The figure to the right shows two capacitor symbols connected in series. As a starting point, let's assume that these are two identical capacitors. The connection between them is assumed to have no resistance, and therefore no effect on the behavior of these to capacitors or any circuit in which they may be connected. Therefore, this connection may be any length, covering any distance, without having any noticeable effect.
Series capacitors with no separation between them.
This being the case, let's shorten the distance between capacitors to zero. This means that the connected plates of the two capacitors will actually touch, as shown in the second image to the right.
Next, we recognize that the thickness of that center plate is unimportant; it's simply a broad conductor between the two capacitors. Therefore we can make this center plate as thin as we want. Therefore, at least in theory, we can reduce it to atomic thickness without any effect on the capacitance of the series combination.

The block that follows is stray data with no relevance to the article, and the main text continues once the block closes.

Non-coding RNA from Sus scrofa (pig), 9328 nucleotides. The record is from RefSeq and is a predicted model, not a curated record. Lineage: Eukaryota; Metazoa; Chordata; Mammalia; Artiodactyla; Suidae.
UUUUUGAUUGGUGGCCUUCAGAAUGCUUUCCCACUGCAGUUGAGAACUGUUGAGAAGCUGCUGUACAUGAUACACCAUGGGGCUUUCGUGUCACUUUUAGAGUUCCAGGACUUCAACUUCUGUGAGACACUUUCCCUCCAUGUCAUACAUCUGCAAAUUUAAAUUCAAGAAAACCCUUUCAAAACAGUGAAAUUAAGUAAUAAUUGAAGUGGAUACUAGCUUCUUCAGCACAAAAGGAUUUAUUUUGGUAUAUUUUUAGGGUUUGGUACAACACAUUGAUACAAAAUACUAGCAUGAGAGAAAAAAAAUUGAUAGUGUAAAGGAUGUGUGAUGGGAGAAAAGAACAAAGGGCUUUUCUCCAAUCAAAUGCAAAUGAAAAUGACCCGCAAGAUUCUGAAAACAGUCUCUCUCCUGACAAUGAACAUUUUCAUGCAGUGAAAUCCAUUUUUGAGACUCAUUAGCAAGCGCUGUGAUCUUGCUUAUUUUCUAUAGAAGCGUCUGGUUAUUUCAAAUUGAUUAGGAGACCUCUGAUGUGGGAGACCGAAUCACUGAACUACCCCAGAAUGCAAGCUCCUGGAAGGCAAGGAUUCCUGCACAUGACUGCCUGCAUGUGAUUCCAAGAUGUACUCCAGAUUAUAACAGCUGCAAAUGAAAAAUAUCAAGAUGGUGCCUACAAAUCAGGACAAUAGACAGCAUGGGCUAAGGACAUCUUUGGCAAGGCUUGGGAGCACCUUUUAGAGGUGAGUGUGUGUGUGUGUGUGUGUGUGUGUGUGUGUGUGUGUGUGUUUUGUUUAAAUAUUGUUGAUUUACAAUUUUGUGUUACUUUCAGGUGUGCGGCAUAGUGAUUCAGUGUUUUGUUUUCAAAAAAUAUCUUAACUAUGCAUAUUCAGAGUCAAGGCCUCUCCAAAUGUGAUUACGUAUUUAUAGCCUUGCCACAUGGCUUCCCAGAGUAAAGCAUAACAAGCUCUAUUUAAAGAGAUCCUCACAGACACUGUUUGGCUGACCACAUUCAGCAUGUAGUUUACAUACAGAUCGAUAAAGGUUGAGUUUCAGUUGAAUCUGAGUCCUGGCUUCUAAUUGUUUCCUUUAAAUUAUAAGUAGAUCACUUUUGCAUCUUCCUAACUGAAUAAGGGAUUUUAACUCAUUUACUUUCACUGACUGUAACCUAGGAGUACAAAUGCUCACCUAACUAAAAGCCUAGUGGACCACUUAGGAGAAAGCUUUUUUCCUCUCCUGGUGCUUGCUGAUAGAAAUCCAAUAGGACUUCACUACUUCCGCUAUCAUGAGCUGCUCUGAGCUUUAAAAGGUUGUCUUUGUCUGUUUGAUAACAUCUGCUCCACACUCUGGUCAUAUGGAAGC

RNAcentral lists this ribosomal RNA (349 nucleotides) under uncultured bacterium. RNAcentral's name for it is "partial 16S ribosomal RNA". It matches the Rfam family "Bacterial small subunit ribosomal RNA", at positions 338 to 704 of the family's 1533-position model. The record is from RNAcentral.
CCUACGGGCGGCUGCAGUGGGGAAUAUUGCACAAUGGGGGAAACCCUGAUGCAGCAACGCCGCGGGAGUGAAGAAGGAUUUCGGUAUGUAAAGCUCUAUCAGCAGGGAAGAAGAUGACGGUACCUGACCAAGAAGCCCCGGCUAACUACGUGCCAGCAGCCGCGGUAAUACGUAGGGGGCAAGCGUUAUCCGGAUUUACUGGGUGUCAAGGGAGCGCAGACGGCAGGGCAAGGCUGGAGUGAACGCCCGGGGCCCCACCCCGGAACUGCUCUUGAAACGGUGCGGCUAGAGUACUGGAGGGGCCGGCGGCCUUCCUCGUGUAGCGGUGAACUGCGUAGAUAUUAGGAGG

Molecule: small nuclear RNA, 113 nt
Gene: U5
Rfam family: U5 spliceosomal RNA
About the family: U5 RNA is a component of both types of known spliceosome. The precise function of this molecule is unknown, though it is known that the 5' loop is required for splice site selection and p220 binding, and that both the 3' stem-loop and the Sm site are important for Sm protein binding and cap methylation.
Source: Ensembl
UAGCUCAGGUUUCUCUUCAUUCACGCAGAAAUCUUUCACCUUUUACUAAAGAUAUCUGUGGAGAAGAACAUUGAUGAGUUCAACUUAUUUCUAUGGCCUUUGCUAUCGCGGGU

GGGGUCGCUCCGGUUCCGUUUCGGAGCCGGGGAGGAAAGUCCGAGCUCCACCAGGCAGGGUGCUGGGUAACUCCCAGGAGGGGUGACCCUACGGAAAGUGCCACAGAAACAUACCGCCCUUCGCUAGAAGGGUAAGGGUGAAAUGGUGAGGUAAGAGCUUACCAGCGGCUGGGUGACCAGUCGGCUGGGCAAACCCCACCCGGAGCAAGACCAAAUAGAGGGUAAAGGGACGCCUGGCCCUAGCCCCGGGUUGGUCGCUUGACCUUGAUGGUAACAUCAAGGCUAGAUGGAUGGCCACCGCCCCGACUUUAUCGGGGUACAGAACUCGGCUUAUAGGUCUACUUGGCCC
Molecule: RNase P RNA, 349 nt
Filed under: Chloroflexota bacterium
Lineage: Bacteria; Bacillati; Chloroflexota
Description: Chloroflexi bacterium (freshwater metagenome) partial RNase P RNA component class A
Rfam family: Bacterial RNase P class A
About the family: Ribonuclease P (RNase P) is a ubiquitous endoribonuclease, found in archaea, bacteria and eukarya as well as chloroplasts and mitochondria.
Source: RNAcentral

Series capacitors with the center plate removed.
But that center plate is nothing more than an equipotential plane in the middle of an electric field. Since the outer plates are still parallel to each other, removing the center plate won't change the total electric field. This leaves us with a single capacitor, but with the plates spaced twice as far apart as for either of the original capacitors. As a result of this, the combined capacitance of the two identical capacitors in series is just half the capacitance of either one.